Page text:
FREEDOM is intoxicating. When Freedom Day was established in 1994 as an annual holiday for post-apartheid South Africa, it was amidst the euphoria of the victory of the struggle. Optimism abounded; the country seemed to be headed towards a non-racial, prosperous future. In retrospect, such ideals were naive, given the scale and complexity of the problems.
What have we done with our freedom? There are some successes; lots of failures. It is still one of the most unequal countries in the world. Half of its population lives in poverty; 40% of its youth are unemployed and will probably never work; and a tiny, wealthy elite lives comfortably. Many people who can afford to leave are doing so, for fear of the future.
In this season of holidays and memorials, including the elections on May 8, the tendency to look at the past with nostalgia is epitomised by a new South African-made film called An Act of Defiance, made in 2017 and released here a day before Freedom Day. The film had its New York premier in 2018, and was a star item in the New York Jewish Film Festival. It is about the 1964 Rivonia trial in which Nelson Mandela and seven comrades were sentenced to life imprisonment.
It tells the story of Bram Fischer, the lawyer who put his life at risk to defend Mandela and his black and Jewish comrades in apartheid South Africa, which led to life imprisonment for Mandela for sabotage. Fischer, who was of Afrikaner stock, was especially hated by the apartheid leaders, who regarded him as a traitor to his people and treated him with increased brutality when he was imprisoned, such as denying him treatment for his cancer, and not letting him attend the funeral of his son. The Afrikaans cultural thread is expressed in domestic scenes, court scenes and scenes of the police pursuing Fischer and Mandela.
Another theme articulated in the film is the Jewish one: aside from the Jewish defendants, the state prosecutor, Percy Yutar, was also Jewish, and acted according to the legal rules, although these were apartheid rules. Joel Joffe, later Lord Joffe, the instructing solicitor for Mandela’s defence team, was Jewish. He played a key role in helping the future South African president and his compatriots avoid the death penalty. Mandela made reference to his Jewishness and called him “the general behind the scenes in our defence.” And all five of the white defendants at the Rivonia trial were Jewish. Another two Jews escaped from detention before the trial.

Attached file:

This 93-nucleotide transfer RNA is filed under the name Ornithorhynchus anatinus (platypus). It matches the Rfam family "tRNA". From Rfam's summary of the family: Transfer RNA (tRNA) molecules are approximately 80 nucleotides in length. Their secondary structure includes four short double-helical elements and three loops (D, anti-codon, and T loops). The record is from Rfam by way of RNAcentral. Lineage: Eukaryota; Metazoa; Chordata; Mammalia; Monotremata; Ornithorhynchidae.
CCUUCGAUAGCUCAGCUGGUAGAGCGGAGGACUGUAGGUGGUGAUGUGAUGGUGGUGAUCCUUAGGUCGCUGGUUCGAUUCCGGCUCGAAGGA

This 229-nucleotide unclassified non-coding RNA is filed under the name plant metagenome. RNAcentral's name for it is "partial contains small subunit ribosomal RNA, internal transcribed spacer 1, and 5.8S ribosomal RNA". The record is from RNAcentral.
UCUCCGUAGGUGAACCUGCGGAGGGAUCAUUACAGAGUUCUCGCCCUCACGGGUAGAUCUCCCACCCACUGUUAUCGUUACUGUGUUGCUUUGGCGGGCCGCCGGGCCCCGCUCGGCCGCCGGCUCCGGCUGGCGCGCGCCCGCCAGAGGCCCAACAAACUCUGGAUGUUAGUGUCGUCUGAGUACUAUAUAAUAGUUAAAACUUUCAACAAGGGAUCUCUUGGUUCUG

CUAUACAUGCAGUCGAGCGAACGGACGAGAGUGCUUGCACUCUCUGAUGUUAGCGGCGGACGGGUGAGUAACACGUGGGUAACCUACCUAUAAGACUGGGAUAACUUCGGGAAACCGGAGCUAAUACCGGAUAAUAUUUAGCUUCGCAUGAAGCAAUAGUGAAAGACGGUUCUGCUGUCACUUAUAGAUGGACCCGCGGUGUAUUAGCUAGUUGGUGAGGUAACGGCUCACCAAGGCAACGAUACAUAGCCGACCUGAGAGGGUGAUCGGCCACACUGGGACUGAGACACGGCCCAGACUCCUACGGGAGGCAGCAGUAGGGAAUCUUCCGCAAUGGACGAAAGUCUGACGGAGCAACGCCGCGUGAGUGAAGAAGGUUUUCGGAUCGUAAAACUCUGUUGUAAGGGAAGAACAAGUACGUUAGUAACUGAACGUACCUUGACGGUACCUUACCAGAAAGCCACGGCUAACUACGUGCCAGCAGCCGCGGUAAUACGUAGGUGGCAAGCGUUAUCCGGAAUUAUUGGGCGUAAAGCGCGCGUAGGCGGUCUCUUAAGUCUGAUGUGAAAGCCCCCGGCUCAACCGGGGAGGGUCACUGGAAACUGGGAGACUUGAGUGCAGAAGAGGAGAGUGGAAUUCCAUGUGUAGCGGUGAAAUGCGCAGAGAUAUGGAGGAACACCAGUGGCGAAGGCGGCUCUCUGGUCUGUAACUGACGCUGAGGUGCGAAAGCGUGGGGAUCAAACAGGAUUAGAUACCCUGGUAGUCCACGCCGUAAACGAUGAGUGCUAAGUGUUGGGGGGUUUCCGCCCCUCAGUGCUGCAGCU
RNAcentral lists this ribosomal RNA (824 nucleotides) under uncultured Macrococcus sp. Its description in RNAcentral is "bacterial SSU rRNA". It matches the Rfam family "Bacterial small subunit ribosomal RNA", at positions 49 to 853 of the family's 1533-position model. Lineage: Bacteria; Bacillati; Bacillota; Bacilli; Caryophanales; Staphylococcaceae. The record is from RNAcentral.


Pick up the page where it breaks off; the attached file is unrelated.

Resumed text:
The film’s director, Jean van de Velde is at pains to represent the texture of South Africa in the early 1960s. But when you leave the movie house, you realise that today’s dire reality in South Africa is not that different. Mirrored in seemingly innocuous scenarios, some things remain as they were during apartheid, when whites were bosses and blacks were servants.
In a lush park in a fancy neighbourhood near Rosebank Mall, Johannesburg, there’s a black beggar whose sole activity is to pick up the dog poop left there by mainly white people who come on weekends to walk their pedigree dogs. He calls himself Shepherd.
Take a step back from this: In Paris, you can be fined for letting your dog mess on the pavement. In South Africa, the wealthy see it as a right to have a black man, spade and plastic bag in hand, waiting behind their crouching poodle. For Shepherd, last Saturday was just another day in the park, despite it being Freedom Day.
Does South Africa as a society still have the will to change, as it fiercely believed it could, on April 27, 1994? At that time too, there were the proverbial ‘shepherds’, but also the hope that apartheid’s devils could be defanged.
South Africans are confused and uneasy. Tribalism and racism are rising; national pride is falling. In this condition, some countries turn to an autocrat who promises to sort things out. But autocrats who start off as benevolent, generally turn into harsh rulers who won’t leave. A glance north to Mugabe and Zimbabwe is a warning.
South Africa faces a rough ride to get back on track.